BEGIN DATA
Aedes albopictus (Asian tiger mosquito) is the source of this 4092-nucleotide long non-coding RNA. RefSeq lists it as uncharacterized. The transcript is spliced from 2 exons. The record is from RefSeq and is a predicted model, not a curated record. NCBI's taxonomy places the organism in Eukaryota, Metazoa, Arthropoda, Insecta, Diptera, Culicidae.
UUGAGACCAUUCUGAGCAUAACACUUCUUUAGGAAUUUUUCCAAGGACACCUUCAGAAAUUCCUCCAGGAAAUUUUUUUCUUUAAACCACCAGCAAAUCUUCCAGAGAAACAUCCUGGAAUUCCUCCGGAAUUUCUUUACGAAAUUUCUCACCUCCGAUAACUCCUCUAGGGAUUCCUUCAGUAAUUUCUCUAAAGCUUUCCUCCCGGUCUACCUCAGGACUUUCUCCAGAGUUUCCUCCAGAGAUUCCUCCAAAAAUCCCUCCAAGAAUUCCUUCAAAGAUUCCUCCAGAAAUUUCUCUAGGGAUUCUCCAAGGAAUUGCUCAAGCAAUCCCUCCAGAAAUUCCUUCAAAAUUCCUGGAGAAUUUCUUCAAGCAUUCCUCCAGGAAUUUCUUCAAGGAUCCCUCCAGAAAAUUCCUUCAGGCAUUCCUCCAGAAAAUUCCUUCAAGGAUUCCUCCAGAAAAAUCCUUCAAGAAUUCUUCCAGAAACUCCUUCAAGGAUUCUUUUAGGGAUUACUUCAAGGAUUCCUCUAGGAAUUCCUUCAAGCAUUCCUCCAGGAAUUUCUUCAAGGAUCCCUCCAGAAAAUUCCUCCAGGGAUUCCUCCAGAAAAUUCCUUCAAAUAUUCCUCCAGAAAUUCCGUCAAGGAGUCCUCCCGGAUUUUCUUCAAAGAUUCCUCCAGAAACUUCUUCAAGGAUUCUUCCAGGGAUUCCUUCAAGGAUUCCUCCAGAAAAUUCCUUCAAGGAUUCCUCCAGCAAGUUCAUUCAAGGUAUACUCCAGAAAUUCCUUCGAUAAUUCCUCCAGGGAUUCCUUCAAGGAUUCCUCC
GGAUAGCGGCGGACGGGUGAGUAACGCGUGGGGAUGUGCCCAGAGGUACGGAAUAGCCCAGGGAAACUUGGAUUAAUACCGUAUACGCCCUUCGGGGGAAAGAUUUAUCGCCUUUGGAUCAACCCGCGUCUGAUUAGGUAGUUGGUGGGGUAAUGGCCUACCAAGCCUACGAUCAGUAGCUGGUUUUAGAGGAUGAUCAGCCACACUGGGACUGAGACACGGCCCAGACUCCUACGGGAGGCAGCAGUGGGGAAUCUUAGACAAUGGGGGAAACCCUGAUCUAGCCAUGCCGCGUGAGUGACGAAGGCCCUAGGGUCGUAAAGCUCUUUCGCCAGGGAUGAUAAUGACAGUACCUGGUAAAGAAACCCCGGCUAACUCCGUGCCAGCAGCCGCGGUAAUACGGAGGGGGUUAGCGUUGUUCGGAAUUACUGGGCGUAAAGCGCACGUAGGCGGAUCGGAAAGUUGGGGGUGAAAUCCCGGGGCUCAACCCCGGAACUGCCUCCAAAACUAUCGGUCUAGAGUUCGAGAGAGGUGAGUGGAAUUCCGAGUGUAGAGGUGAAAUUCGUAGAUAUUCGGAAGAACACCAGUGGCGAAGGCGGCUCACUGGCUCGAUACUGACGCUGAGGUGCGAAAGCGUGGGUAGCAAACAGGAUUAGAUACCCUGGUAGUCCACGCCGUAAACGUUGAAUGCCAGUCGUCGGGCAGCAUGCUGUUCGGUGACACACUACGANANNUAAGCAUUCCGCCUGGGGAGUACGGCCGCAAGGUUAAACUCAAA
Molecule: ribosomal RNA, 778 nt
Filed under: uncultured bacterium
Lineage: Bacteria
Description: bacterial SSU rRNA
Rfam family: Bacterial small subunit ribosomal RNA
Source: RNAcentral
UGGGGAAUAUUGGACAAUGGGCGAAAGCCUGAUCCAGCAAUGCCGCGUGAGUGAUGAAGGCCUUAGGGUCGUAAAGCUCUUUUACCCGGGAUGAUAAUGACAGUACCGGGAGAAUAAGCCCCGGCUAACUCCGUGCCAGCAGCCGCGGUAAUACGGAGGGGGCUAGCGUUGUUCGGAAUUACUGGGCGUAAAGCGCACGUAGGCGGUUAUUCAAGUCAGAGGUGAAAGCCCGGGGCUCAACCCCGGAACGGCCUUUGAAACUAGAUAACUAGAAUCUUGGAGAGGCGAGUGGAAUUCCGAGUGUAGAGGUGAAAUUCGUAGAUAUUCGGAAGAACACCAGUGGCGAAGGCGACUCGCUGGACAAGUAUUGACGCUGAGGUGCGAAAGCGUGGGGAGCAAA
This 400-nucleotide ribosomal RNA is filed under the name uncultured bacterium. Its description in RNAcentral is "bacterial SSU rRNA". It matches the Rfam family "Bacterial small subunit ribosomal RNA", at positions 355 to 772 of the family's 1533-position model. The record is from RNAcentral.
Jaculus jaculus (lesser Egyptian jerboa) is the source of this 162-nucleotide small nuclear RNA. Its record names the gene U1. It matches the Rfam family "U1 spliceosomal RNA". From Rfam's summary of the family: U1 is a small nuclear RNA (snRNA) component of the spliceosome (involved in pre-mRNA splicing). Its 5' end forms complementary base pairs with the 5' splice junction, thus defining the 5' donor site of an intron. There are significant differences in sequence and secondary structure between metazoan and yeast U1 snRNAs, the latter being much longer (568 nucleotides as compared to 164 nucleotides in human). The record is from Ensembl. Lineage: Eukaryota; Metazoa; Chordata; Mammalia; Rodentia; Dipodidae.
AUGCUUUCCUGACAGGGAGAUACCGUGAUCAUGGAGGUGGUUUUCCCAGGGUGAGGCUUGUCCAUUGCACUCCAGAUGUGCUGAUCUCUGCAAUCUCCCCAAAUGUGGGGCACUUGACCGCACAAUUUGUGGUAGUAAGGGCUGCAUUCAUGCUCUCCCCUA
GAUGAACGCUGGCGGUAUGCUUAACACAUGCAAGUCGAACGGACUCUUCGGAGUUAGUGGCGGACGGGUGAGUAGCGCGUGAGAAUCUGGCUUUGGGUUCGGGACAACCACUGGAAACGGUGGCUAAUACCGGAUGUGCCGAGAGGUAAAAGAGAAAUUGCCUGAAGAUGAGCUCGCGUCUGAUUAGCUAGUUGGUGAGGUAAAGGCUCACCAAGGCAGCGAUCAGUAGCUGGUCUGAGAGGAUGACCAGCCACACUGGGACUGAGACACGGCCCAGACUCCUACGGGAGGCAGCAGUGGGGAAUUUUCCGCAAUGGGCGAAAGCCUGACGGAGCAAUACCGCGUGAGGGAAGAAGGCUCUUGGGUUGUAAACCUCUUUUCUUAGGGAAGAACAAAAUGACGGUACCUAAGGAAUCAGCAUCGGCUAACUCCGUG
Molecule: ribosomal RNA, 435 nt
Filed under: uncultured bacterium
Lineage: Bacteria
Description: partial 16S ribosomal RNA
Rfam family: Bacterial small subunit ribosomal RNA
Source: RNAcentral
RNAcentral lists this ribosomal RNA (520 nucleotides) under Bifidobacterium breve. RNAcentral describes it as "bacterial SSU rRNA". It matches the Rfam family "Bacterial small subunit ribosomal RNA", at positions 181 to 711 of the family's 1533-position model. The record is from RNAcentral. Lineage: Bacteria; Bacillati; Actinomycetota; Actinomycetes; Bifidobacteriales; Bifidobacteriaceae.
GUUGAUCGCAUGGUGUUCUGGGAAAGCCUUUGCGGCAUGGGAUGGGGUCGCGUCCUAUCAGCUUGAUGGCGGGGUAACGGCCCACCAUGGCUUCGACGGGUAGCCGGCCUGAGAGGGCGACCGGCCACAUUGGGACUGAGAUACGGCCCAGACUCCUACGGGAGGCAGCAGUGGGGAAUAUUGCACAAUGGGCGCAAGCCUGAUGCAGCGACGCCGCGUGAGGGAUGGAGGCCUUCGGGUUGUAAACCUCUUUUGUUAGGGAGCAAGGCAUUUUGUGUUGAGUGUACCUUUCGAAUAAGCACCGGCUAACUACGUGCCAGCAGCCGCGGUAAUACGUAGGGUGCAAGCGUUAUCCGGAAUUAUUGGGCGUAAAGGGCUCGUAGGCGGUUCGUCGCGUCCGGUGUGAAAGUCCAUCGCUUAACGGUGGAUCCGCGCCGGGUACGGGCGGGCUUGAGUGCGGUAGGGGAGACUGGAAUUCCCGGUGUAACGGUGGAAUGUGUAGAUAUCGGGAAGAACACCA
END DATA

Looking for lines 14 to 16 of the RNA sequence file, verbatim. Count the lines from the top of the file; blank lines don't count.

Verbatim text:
GAUGAACGCUGGCGGUAUGCUUAACACAUGCAAGUCGAACGGACUCUUCGGAGUUAGUGGCGGACGGGUGAGUAGCGCGUGAGAAUCUGGCUUUGGGUUCGGGACAACCACUGGAAACGGUGGCUAAUACCGGAUGUGCCGAGAGGUAAAAGAGAAAUUGCCUGAAGAUGAGCUCGCGUCUGAUUAGCUAGUUGGUGAGGUAAAGGCUCACCAAGGCAGCGAUCAGUAGCUGGUCUGAGAGGAUGACCAGCCACACUGGGACUGAGACACGGCCCAGACUCCUACGGGAGGCAGCAGUGGGGAAUUUUCCGCAAUGGGCGAAAGCCUGACGGAGCAAUACCGCGUGAGGGAAGAAGGCUCUUGGGUUGUAAACCUCUUUUCUUAGGGAAGAACAAAAUGACGGUACCUAAGGAAUCAGCAUCGGCUAACUCCGUG
Molecule: ribosomal RNA, 435 nt
Filed under: uncultured bacterium